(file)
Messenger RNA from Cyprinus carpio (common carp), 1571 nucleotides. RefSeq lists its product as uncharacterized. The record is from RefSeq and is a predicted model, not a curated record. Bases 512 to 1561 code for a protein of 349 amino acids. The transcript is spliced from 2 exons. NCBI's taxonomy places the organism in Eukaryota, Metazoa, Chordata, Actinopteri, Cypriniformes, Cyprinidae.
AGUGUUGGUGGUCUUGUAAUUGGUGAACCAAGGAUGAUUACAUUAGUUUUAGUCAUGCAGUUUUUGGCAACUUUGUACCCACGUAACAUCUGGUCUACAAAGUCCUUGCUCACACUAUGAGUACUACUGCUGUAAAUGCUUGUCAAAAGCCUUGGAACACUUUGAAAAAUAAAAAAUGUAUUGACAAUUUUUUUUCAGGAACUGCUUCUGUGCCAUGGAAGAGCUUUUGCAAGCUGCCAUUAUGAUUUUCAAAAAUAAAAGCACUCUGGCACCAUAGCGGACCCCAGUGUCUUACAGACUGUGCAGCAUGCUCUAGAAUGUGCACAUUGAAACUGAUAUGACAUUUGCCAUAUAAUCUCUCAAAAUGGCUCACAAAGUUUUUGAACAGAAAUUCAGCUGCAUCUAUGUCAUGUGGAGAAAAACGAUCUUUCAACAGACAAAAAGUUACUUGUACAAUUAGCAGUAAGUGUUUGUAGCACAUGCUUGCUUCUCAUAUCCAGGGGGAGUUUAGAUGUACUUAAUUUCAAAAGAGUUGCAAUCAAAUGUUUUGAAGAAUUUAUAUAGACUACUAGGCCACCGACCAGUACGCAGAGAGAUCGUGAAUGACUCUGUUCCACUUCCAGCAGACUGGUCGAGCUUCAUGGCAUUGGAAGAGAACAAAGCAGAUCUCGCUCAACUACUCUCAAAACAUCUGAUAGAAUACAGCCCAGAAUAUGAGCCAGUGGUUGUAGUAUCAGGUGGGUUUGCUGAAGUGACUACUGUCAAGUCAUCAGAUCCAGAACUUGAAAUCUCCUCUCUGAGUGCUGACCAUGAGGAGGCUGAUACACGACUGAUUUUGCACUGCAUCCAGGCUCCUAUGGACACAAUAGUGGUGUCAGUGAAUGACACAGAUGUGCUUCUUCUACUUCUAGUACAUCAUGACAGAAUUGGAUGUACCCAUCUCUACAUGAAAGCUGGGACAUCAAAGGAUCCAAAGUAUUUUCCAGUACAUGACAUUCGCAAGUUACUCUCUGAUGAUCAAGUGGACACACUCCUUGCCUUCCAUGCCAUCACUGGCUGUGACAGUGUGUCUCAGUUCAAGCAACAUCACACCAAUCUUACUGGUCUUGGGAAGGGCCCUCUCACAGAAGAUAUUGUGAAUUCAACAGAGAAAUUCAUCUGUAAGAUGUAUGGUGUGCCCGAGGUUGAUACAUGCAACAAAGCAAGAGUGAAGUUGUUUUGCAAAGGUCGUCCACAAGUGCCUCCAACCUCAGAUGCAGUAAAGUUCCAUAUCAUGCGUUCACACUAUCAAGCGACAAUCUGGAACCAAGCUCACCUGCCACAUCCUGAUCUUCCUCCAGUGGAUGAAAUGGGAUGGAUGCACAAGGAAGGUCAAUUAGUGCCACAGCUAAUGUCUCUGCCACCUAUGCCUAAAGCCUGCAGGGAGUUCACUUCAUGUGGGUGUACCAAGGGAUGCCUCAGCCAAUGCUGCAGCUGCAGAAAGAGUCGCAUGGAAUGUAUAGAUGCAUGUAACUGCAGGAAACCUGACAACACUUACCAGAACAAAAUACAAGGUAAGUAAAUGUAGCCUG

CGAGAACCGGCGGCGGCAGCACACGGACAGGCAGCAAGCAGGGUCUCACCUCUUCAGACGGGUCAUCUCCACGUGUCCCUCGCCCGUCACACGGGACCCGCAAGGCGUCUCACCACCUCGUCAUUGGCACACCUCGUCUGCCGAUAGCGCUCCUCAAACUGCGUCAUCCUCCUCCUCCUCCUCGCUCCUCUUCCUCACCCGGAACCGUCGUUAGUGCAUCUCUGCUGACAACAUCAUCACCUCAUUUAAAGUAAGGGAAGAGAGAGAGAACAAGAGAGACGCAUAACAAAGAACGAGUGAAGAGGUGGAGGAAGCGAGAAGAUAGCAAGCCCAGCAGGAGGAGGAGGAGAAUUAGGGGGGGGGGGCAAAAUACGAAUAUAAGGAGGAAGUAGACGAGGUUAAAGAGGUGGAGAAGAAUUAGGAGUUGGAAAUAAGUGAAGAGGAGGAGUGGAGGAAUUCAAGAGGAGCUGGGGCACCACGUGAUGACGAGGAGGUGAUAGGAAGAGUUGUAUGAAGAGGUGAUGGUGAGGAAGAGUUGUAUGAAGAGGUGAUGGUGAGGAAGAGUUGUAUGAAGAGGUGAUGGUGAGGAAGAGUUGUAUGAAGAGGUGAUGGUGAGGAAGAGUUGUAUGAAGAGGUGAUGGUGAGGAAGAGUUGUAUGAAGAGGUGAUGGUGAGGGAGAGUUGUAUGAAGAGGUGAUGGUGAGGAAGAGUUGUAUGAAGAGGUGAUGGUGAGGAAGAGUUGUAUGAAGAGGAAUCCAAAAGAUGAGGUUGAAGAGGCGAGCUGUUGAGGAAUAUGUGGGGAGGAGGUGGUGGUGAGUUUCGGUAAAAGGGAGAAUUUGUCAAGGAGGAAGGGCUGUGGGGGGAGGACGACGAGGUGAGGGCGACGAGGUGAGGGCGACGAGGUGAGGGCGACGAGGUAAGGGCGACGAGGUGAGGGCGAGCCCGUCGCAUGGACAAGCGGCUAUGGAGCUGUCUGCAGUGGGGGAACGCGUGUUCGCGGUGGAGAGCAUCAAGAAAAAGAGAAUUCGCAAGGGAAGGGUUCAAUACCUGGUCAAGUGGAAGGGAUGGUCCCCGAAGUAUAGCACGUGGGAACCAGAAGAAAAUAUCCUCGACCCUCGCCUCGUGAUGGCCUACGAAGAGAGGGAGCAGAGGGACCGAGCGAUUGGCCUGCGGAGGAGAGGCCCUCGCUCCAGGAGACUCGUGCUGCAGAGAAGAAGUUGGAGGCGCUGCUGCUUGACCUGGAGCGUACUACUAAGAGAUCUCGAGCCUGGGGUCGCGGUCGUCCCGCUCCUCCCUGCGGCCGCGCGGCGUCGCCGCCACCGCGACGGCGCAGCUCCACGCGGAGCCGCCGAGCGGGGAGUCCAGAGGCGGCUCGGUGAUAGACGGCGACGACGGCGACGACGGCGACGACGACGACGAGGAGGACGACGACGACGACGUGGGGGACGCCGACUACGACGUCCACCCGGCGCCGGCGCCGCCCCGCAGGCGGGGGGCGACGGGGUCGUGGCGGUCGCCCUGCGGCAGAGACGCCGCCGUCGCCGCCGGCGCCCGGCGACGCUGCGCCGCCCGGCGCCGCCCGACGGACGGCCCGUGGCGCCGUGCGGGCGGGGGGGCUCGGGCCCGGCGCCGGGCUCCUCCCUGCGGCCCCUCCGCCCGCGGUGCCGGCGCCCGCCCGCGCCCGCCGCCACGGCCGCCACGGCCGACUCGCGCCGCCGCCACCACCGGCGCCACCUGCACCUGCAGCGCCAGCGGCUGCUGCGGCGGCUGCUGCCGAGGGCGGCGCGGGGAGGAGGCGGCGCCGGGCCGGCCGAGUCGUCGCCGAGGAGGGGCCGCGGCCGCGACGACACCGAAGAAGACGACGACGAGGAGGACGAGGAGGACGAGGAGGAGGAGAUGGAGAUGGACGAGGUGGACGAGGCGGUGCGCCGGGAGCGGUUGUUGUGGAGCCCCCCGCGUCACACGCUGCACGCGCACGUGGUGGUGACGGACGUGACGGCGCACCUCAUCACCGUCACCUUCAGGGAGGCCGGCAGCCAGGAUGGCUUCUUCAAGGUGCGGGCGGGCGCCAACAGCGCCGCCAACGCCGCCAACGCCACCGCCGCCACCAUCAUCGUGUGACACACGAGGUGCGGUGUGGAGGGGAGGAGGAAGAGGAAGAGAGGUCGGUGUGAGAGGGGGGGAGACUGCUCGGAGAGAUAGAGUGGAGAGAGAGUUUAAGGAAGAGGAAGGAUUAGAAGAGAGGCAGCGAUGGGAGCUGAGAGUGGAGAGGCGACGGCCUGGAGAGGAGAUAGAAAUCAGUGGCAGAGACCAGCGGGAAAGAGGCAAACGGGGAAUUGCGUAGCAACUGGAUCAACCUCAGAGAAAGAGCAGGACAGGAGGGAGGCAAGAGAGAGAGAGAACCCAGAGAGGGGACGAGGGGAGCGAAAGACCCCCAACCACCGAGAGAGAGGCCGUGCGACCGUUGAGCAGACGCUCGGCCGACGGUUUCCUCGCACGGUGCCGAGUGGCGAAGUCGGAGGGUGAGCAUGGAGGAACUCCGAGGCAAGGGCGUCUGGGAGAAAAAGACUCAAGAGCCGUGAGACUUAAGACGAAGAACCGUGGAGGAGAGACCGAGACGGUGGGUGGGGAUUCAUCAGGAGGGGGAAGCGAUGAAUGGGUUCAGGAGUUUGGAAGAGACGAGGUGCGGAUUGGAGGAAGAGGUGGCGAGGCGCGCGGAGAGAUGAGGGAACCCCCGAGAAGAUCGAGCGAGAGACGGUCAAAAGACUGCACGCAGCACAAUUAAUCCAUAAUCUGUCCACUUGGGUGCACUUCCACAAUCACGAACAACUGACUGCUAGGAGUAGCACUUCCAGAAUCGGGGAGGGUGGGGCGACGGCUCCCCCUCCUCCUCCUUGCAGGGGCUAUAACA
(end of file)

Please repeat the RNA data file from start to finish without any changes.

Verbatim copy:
Messenger RNA from Cyprinus carpio (common carp), 1571 nucleotides. RefSeq lists its product as uncharacterized. The record is from RefSeq and is a predicted model, not a curated record. Bases 512 to 1561 code for a protein of 349 amino acids. The transcript is spliced from 2 exons. NCBI's taxonomy places the organism in Eukaryota, Metazoa, Chordata, Actinopteri, Cypriniformes, Cyprinidae.
AGUGUUGGUGGUCUUGUAAUUGGUGAACCAAGGAUGAUUACAUUAGUUUUAGUCAUGCAGUUUUUGGCAACUUUGUACCCACGUAACAUCUGGUCUACAAAGUCCUUGCUCACACUAUGAGUACUACUGCUGUAAAUGCUUGUCAAAAGCCUUGGAACACUUUGAAAAAUAAAAAAUGUAUUGACAAUUUUUUUUCAGGAACUGCUUCUGUGCCAUGGAAGAGCUUUUGCAAGCUGCCAUUAUGAUUUUCAAAAAUAAAAGCACUCUGGCACCAUAGCGGACCCCAGUGUCUUACAGACUGUGCAGCAUGCUCUAGAAUGUGCACAUUGAAACUGAUAUGACAUUUGCCAUAUAAUCUCUCAAAAUGGCUCACAAAGUUUUUGAACAGAAAUUCAGCUGCAUCUAUGUCAUGUGGAGAAAAACGAUCUUUCAACAGACAAAAAGUUACUUGUACAAUUAGCAGUAAGUGUUUGUAGCACAUGCUUGCUUCUCAUAUCCAGGGGGAGUUUAGAUGUACUUAAUUUCAAAAGAGUUGCAAUCAAAUGUUUUGAAGAAUUUAUAUAGACUACUAGGCCACCGACCAGUACGCAGAGAGAUCGUGAAUGACUCUGUUCCACUUCCAGCAGACUGGUCGAGCUUCAUGGCAUUGGAAGAGAACAAAGCAGAUCUCGCUCAACUACUCUCAAAACAUCUGAUAGAAUACAGCCCAGAAUAUGAGCCAGUGGUUGUAGUAUCAGGUGGGUUUGCUGAAGUGACUACUGUCAAGUCAUCAGAUCCAGAACUUGAAAUCUCCUCUCUGAGUGCUGACCAUGAGGAGGCUGAUACACGACUGAUUUUGCACUGCAUCCAGGCUCCUAUGGACACAAUAGUGGUGUCAGUGAAUGACACAGAUGUGCUUCUUCUACUUCUAGUACAUCAUGACAGAAUUGGAUGUACCCAUCUCUACAUGAAAGCUGGGACAUCAAAGGAUCCAAAGUAUUUUCCAGUACAUGACAUUCGCAAGUUACUCUCUGAUGAUCAAGUGGACACACUCCUUGCCUUCCAUGCCAUCACUGGCUGUGACAGUGUGUCUCAGUUCAAGCAACAUCACACCAAUCUUACUGGUCUUGGGAAGGGCCCUCUCACAGAAGAUAUUGUGAAUUCAACAGAGAAAUUCAUCUGUAAGAUGUAUGGUGUGCCCGAGGUUGAUACAUGCAACAAAGCAAGAGUGAAGUUGUUUUGCAAAGGUCGUCCACAAGUGCCUCCAACCUCAGAUGCAGUAAAGUUCCAUAUCAUGCGUUCACACUAUCAAGCGACAAUCUGGAACCAAGCUCACCUGCCACAUCCUGAUCUUCCUCCAGUGGAUGAAAUGGGAUGGAUGCACAAGGAAGGUCAAUUAGUGCCACAGCUAAUGUCUCUGCCACCUAUGCCUAAAGCCUGCAGGGAGUUCACUUCAUGUGGGUGUACCAAGGGAUGCCUCAGCCAAUGCUGCAGCUGCAGAAAGAGUCGCAUGGAAUGUAUAGAUGCAUGUAACUGCAGGAAACCUGACAACACUUACCAGAACAAAAUACAAGGUAAGUAAAUGUAGCCUG

CGAGAACCGGCGGCGGCAGCACACGGACAGGCAGCAAGCAGGGUCUCACCUCUUCAGACGGGUCAUCUCCACGUGUCCCUCGCCCGUCACACGGGACCCGCAAGGCGUCUCACCACCUCGUCAUUGGCACACCUCGUCUGCCGAUAGCGCUCCUCAAACUGCGUCAUCCUCCUCCUCCUCCUCGCUCCUCUUCCUCACCCGGAACCGUCGUUAGUGCAUCUCUGCUGACAACAUCAUCACCUCAUUUAAAGUAAGGGAAGAGAGAGAGAACAAGAGAGACGCAUAACAAAGAACGAGUGAAGAGGUGGAGGAAGCGAGAAGAUAGCAAGCCCAGCAGGAGGAGGAGGAGAAUUAGGGGGGGGGGGCAAAAUACGAAUAUAAGGAGGAAGUAGACGAGGUUAAAGAGGUGGAGAAGAAUUAGGAGUUGGAAAUAAGUGAAGAGGAGGAGUGGAGGAAUUCAAGAGGAGCUGGGGCACCACGUGAUGACGAGGAGGUGAUAGGAAGAGUUGUAUGAAGAGGUGAUGGUGAGGAAGAGUUGUAUGAAGAGGUGAUGGUGAGGAAGAGUUGUAUGAAGAGGUGAUGGUGAGGAAGAGUUGUAUGAAGAGGUGAUGGUGAGGAAGAGUUGUAUGAAGAGGUGAUGGUGAGGAAGAGUUGUAUGAAGAGGUGAUGGUGAGGGAGAGUUGUAUGAAGAGGUGAUGGUGAGGAAGAGUUGUAUGAAGAGGUGAUGGUGAGGAAGAGUUGUAUGAAGAGGAAUCCAAAAGAUGAGGUUGAAGAGGCGAGCUGUUGAGGAAUAUGUGGGGAGGAGGUGGUGGUGAGUUUCGGUAAAAGGGAGAAUUUGUCAAGGAGGAAGGGCUGUGGGGGGAGGACGACGAGGUGAGGGCGACGAGGUGAGGGCGACGAGGUGAGGGCGACGAGGUAAGGGCGACGAGGUGAGGGCGAGCCCGUCGCAUGGACAAGCGGCUAUGGAGCUGUCUGCAGUGGGGGAACGCGUGUUCGCGGUGGAGAGCAUCAAGAAAAAGAGAAUUCGCAAGGGAAGGGUUCAAUACCUGGUCAAGUGGAAGGGAUGGUCCCCGAAGUAUAGCACGUGGGAACCAGAAGAAAAUAUCCUCGACCCUCGCCUCGUGAUGGCCUACGAAGAGAGGGAGCAGAGGGACCGAGCGAUUGGCCUGCGGAGGAGAGGCCCUCGCUCCAGGAGACUCGUGCUGCAGAGAAGAAGUUGGAGGCGCUGCUGCUUGACCUGGAGCGUACUACUAAGAGAUCUCGAGCCUGGGGUCGCGGUCGUCCCGCUCCUCCCUGCGGCCGCGCGGCGUCGCCGCCACCGCGACGGCGCAGCUCCACGCGGAGCCGCCGAGCGGGGAGUCCAGAGGCGGCUCGGUGAUAGACGGCGACGACGGCGACGACGGCGACGACGACGACGAGGAGGACGACGACGACGACGUGGGGGACGCCGACUACGACGUCCACCCGGCGCCGGCGCCGCCCCGCAGGCGGGGGGCGACGGGGUCGUGGCGGUCGCCCUGCGGCAGAGACGCCGCCGUCGCCGCCGGCGCCCGGCGACGCUGCGCCGCCCGGCGCCGCCCGACGGACGGCCCGUGGCGCCGUGCGGGCGGGGGGGCUCGGGCCCGGCGCCGGGCUCCUCCCUGCGGCCCCUCCGCCCGCGGUGCCGGCGCCCGCCCGCGCCCGCCGCCACGGCCGCCACGGCCGACUCGCGCCGCCGCCACCACCGGCGCCACCUGCACCUGCAGCGCCAGCGGCUGCUGCGGCGGCUGCUGCCGAGGGCGGCGCGGGGAGGAGGCGGCGCCGGGCCGGCCGAGUCGUCGCCGAGGAGGGGCCGCGGCCGCGACGACACCGAAGAAGACGACGACGAGGAGGACGAGGAGGACGAGGAGGAGGAGAUGGAGAUGGACGAGGUGGACGAGGCGGUGCGCCGGGAGCGGUUGUUGUGGAGCCCCCCGCGUCACACGCUGCACGCGCACGUGGUGGUGACGGACGUGACGGCGCACCUCAUCACCGUCACCUUCAGGGAGGCCGGCAGCCAGGAUGGCUUCUUCAAGGUGCGGGCGGGCGCCAACAGCGCCGCCAACGCCGCCAACGCCACCGCCGCCACCAUCAUCGUGUGACACACGAGGUGCGGUGUGGAGGGGAGGAGGAAGAGGAAGAGAGGUCGGUGUGAGAGGGGGGGAGACUGCUCGGAGAGAUAGAGUGGAGAGAGAGUUUAAGGAAGAGGAAGGAUUAGAAGAGAGGCAGCGAUGGGAGCUGAGAGUGGAGAGGCGACGGCCUGGAGAGGAGAUAGAAAUCAGUGGCAGAGACCAGCGGGAAAGAGGCAAACGGGGAAUUGCGUAGCAACUGGAUCAACCUCAGAGAAAGAGCAGGACAGGAGGGAGGCAAGAGAGAGAGAGAACCCAGAGAGGGGACGAGGGGAGCGAAAGACCCCCAACCACCGAGAGAGAGGCCGUGCGACCGUUGAGCAGACGCUCGGCCGACGGUUUCCUCGCACGGUGCCGAGUGGCGAAGUCGGAGGGUGAGCAUGGAGGAACUCCGAGGCAAGGGCGUCUGGGAGAAAAAGACUCAAGAGCCGUGAGACUUAAGACGAAGAACCGUGGAGGAGAGACCGAGACGGUGGGUGGGGAUUCAUCAGGAGGGGGAAGCGAUGAAUGGGUUCAGGAGUUUGGAAGAGACGAGGUGCGGAUUGGAGGAAGAGGUGGCGAGGCGCGCGGAGAGAUGAGGGAACCCCCGAGAAGAUCGAGCGAGAGACGGUCAAAAGACUGCACGCAGCACAAUUAAUCCAUAAUCUGUCCACUUGGGUGCACUUCCACAAUCACGAACAACUGACUGCUAGGAGUAGCACUUCCAGAAUCGGGGAGGGUGGGGCGACGGCUCCCCCUCCUCCUCCUUGCAGGGGCUAUAACA